April 15, 2013

Reflection on Husker Food Connection

*Guest post by Amanda Vodvarka, Corn and Soy Collegiate Mentor

Sometimes it is hard for those of us with an agricultural background to realize just how distantly disconnected a large majority of today’s population is away from the farm and agriculture in general. While working at the Husker Food Connection at the University of Nebraska’s City Union, I realized and witnessed just how uneducated so many people are about agriculture, even here in Nebraska.

Walking around our tents just on the North side of the City campus Union, I couldn’t help but look at students’ faces and overhear some of their conversations. One of the conversations I overheard was from three girls that were walking by our tent with a four day old Holstein calf. As they were walking by I overheard one of the girls say, “Oh look at the cute goat!” It was at this moment, while I was in disbelief that the Holstein calf had just been called a goat, that I truly realized just how far apart producers and our consumers are apart.

Once I started my shift at 10 that morning, I was put to work running the cow milking contest and explaining to other fellow students how to milk a cow. After awhile I was asked to help serve food by handing out buns for other students and our sponsors for the Husker Food Connection Event. While waiting for people to come and eat, I was given the chance to talk to one of the sponsors for Husker Food Connection.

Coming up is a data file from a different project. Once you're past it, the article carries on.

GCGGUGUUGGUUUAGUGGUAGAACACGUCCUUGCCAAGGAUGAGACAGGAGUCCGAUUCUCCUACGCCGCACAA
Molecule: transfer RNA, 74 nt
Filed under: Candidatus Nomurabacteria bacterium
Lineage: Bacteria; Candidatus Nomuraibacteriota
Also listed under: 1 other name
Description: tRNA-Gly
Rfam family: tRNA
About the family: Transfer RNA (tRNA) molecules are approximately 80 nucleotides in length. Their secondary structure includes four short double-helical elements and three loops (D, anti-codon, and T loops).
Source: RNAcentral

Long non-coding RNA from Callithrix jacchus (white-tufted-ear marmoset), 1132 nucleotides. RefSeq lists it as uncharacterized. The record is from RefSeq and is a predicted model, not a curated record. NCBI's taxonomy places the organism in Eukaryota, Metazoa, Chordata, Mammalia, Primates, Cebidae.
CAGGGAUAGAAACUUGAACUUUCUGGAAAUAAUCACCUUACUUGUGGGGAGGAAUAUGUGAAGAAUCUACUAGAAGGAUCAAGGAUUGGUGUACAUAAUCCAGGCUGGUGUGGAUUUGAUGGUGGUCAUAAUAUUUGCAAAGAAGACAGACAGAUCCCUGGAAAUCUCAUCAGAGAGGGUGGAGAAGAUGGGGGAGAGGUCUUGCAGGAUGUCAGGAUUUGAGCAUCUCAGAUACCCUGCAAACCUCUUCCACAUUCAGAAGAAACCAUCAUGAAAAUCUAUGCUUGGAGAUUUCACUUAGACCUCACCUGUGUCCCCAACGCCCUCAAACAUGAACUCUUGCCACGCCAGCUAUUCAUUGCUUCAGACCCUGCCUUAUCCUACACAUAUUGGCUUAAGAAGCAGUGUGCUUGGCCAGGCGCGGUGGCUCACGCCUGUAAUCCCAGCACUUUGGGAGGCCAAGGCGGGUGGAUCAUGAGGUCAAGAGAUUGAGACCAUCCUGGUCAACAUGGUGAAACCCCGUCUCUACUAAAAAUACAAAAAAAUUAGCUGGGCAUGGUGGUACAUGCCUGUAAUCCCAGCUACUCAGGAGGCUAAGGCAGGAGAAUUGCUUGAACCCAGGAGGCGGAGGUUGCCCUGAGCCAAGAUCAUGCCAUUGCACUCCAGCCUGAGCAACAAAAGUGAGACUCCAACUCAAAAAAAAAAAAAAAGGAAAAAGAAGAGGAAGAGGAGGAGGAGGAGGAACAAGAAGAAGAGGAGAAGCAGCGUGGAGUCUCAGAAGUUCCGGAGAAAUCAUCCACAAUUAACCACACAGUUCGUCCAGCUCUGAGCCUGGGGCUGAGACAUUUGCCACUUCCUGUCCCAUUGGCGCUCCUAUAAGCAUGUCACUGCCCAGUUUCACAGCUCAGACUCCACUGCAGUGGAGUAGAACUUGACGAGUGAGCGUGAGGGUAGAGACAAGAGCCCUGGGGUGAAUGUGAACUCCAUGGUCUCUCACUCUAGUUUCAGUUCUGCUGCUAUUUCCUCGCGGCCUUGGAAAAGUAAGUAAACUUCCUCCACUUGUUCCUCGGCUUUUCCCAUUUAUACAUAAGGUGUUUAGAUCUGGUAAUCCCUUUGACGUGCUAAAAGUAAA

During our conversation, it hit me just how important of a job it is for us younger generation and all people in agriculture to share their story of what they do, how they do it and how it affects the consumer. I also learned that educating the public about agriculture is the least that we can do for all of people over the years who have given their service, time, and passion. Towards the end of the event my next task was to hand out free ear tag key chains and sunglasses. When I was handing out the ear tag key chains I would explain to people that ear tags are used for identification for livestock like cattle and pigs. I further explained that the ear tags serve the same purpose as name tags for us humans.

The ending of my shift four hours later, brought me happiness and satisfaction that we had made a dent in being able to inform the public about the importance of agriculture. Today, agriculture is misunderstood and attacked by numerous people who are miles and years apart from the farm and agriculture. It is people like those who lent their time at the Husker Food Connection, who will pave the pathway for the future of agriculture. Passionate people my age and older who support agriculture by telling others who do not have experience or knowledge, what we do and how we do our jobs in agriculture.

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